15. Nicodemo, Catia & Raya, Josep M., 2018. "Does Juan Carlos or Nelson Obtain a Larger Price Cut in the Spanish Housing Market?," IZA Discussion Papers 11811, Institute of Labor Economics (IZA).
    16. Martinez de Lafuente, David, 2021. "Cultural Assimilation and Ethnic Discrimination: An Audit Study with Schools," Labour Economics, Elsevier, vol. 72(C).
    17. Rachel E. Kranton, 2016. "Ekonomia tożsamości w 2016 roku: skąd biorą się podziały i normy społeczne?," Gospodarka Narodowa. The Polish Journal of Economics, Warsaw School of Economics, issue 6, pages 139-146.
    18. Štěpán Jurajda & Dejan Kovač, 2021. "Names and behavior in a war," Journal of Population Economics, Springer;European Society for Population Economics, vol. 34(1), pages 1-33, January.
    19. Ran Abramitzky & Leah Platt Boustan & Katherine Eriksson, 2016. "Cultural Assimilation during the Age of Mass Migration," NBER Working Papers 22381, National Bureau of Economic Research, Inc.
    20. Esposito, Elena & Rotesi, Tiziano & Saia, Alessandro & Thoenig, Mathias, 2021. "Reconciliation Narratives: The Birth of a Nation after the US Civil War," CEPR Discussion Papers 15938, C.E.P.R. Discussion Papers.

    More about this item

    JEL classification:

    • F3 - International Economics - - International Finance

    NEP fields

    This paper has been announced in the following NEP Reports:

    Statistics

    Access and download statistics

    Corrections

    All material on this site has been provided by the respective publishers and authors. You can help correct errors and omissions. When requesting a correction, please mention this item's handle: RePEc:nbr:nberwo:18839. See general information about how to correct material in RePEc.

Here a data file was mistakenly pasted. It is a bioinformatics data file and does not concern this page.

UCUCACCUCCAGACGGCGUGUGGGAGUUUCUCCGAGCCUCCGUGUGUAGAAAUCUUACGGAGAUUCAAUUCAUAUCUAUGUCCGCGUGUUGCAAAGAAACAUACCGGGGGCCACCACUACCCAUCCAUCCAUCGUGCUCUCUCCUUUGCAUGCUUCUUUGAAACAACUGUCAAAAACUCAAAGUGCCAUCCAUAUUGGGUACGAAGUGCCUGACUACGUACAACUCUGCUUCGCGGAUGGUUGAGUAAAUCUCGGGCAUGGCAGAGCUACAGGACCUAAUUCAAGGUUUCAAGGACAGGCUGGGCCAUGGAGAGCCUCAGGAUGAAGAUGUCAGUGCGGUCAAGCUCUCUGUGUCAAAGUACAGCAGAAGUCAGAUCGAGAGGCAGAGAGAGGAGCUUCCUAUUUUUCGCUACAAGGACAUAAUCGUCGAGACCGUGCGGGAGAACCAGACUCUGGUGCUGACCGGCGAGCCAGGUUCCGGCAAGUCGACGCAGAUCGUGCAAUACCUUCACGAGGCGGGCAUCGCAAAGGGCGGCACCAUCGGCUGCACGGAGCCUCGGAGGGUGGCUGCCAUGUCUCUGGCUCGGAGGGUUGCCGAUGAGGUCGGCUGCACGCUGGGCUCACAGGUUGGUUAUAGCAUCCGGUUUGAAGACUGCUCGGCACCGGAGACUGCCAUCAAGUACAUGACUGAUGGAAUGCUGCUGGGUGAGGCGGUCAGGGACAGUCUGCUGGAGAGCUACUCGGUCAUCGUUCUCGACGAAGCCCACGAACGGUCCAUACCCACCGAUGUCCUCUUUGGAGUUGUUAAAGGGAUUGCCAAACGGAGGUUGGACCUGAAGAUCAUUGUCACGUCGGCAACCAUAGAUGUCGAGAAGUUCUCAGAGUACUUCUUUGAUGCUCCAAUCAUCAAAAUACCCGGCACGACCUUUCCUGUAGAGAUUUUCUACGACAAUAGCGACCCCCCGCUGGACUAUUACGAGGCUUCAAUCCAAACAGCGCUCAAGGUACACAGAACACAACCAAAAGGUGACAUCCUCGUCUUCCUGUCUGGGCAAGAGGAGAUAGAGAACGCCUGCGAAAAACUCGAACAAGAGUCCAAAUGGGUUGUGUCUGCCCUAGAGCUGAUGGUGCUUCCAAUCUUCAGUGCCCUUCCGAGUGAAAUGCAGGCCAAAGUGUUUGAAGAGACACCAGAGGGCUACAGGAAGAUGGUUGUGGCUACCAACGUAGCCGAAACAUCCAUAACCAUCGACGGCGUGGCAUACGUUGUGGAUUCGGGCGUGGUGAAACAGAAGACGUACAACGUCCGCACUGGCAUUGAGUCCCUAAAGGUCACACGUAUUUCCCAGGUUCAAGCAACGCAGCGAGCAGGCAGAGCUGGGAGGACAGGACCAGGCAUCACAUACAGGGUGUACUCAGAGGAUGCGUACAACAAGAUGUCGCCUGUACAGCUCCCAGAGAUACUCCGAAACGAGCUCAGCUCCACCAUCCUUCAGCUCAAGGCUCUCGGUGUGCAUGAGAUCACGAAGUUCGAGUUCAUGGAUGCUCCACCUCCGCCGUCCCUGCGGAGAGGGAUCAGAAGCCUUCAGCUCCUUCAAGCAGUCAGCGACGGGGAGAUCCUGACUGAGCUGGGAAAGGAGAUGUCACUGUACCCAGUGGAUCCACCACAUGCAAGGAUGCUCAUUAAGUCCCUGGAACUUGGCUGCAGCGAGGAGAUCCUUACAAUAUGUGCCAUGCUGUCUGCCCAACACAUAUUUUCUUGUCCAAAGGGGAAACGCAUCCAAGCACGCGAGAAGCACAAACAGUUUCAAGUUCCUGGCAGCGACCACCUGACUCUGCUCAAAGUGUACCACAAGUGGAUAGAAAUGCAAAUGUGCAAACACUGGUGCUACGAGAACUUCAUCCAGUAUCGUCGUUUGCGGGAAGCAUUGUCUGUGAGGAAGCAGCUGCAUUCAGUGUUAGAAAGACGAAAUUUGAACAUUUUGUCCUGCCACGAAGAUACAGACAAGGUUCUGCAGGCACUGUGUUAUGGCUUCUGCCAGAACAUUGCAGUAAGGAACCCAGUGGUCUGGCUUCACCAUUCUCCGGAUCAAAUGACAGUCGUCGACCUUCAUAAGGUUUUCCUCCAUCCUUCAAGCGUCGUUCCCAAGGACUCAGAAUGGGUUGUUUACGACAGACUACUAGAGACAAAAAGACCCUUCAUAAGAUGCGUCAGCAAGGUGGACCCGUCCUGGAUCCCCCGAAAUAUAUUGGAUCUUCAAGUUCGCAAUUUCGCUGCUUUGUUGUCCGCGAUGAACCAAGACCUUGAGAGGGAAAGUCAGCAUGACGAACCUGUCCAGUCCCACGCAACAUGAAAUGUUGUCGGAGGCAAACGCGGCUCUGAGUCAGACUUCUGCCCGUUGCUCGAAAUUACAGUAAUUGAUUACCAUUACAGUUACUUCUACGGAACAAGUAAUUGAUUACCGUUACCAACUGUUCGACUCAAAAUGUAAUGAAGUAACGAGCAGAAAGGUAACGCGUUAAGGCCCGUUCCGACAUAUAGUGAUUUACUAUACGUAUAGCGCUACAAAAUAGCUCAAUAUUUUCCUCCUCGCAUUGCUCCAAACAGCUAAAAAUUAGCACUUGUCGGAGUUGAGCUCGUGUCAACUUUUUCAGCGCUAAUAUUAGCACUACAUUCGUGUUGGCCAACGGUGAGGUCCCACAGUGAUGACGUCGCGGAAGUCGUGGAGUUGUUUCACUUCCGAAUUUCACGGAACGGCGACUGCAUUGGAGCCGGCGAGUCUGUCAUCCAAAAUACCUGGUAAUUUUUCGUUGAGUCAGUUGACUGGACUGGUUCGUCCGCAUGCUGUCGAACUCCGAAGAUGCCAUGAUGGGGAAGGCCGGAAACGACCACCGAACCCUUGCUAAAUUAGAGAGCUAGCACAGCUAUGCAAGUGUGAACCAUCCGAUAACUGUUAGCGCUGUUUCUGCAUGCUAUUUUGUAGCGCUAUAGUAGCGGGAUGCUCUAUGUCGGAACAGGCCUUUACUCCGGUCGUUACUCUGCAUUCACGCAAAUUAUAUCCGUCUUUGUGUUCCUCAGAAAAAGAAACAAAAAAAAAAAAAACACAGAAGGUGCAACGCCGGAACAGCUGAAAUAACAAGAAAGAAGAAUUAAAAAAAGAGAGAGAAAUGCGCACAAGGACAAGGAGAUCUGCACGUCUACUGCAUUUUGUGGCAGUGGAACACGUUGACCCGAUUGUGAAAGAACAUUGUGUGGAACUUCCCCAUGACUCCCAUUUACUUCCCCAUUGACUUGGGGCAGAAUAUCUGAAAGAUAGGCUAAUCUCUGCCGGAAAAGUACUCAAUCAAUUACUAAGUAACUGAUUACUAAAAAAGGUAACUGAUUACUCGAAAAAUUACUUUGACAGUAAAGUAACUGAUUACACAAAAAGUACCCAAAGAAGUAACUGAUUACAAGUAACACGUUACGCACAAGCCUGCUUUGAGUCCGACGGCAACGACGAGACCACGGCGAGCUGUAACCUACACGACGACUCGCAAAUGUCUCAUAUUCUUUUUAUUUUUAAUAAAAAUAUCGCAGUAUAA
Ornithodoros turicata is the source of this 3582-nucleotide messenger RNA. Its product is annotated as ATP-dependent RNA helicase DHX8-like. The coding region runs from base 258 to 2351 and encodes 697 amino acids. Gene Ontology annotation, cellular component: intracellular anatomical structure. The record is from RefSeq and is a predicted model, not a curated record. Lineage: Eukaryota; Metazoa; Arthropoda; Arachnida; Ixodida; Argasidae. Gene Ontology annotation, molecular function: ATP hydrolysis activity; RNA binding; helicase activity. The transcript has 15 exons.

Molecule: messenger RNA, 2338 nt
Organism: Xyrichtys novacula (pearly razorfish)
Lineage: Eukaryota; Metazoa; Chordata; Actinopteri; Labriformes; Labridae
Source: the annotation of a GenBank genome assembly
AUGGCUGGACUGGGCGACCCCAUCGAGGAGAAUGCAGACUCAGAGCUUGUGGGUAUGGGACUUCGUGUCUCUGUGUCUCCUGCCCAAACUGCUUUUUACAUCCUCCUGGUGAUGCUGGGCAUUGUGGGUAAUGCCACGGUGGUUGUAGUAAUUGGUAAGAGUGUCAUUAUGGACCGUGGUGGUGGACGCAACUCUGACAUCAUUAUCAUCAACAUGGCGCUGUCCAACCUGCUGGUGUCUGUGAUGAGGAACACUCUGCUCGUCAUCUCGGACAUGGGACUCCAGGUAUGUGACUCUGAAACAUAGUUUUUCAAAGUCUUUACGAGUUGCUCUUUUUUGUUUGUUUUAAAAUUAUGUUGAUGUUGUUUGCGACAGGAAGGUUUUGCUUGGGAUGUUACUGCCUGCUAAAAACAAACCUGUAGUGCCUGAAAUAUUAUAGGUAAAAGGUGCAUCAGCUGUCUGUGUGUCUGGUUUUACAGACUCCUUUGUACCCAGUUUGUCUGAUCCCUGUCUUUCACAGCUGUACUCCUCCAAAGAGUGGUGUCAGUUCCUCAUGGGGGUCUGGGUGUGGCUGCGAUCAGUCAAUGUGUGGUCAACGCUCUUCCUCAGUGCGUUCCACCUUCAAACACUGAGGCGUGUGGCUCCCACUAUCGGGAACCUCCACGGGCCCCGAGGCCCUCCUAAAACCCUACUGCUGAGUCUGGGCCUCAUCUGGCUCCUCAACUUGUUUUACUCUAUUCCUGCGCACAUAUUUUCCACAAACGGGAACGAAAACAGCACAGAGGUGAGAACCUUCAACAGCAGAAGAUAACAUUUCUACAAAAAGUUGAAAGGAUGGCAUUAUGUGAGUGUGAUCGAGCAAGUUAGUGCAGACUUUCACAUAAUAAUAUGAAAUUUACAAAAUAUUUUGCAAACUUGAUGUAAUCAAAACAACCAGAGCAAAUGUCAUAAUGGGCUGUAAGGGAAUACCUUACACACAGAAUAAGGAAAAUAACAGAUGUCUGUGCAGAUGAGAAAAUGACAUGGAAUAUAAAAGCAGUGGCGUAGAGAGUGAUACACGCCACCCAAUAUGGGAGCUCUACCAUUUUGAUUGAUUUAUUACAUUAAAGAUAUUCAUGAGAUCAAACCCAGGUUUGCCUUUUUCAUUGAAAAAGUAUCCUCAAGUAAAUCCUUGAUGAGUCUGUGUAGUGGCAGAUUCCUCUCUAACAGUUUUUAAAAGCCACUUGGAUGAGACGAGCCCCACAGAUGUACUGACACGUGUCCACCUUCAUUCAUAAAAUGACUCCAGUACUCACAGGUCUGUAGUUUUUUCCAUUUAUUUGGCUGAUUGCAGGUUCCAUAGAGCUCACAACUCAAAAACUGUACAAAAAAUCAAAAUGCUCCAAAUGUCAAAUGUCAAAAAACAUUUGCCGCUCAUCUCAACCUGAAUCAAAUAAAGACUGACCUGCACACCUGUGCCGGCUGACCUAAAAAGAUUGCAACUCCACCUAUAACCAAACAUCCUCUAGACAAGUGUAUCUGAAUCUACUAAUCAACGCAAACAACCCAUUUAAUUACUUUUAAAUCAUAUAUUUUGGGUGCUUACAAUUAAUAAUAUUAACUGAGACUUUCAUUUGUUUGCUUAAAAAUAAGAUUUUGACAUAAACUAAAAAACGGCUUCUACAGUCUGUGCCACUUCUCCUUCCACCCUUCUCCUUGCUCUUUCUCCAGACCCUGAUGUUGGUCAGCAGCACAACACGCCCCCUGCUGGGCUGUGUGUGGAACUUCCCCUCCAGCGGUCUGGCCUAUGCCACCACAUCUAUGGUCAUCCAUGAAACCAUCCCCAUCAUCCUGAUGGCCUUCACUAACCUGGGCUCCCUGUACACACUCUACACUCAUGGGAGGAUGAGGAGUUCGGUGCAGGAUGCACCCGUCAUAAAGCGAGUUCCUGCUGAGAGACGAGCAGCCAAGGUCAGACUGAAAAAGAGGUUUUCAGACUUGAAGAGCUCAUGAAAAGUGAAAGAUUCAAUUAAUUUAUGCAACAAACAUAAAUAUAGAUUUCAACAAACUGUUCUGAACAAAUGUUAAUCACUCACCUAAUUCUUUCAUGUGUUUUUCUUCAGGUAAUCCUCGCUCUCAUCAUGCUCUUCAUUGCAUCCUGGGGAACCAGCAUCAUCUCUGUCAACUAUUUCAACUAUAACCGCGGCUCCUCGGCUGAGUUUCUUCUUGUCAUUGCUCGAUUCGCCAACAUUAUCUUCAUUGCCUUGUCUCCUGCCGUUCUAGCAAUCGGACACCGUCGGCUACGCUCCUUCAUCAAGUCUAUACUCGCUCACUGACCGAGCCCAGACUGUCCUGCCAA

For technical questions regarding this item, or to correct its authors, title, abstract, bibliographic or download information, contact: . General contact details of provider: https://edirc.repec.org/data/nberrus.html .

    If you have authored this item and are not yet registered with RePEc, we encourage you to do it here. This allows to link your profile to this item. It also allows you to accept potential citations to this item that we are uncertain about.

    If CitEc recognized a bibliographic reference but did not link an item in RePEc to it, you can help with this form .

    If you know of missing items citing this one, you can help us creating those links by adding the relevant references in the same way as above, for each refering item. If you are a registered author of this item, you may also want to check the "citations" tab in your RePEc Author Service profile, as there may be some citations waiting for confirmation.

    For technical questions regarding this item, or to correct its authors, title, abstract, bibliographic or download information, contact: (email available below). General contact details of provider: https://edirc.repec.org/data/nberrus.html .

    Please note that corrections may take a couple of weeks to filter through the various RePEc services.

    IDEAS is a RePEc service hosted by the Research Division of the Federal Reserve Bank of St. Louis . RePEc uses bibliographic data supplied by the respective publishers.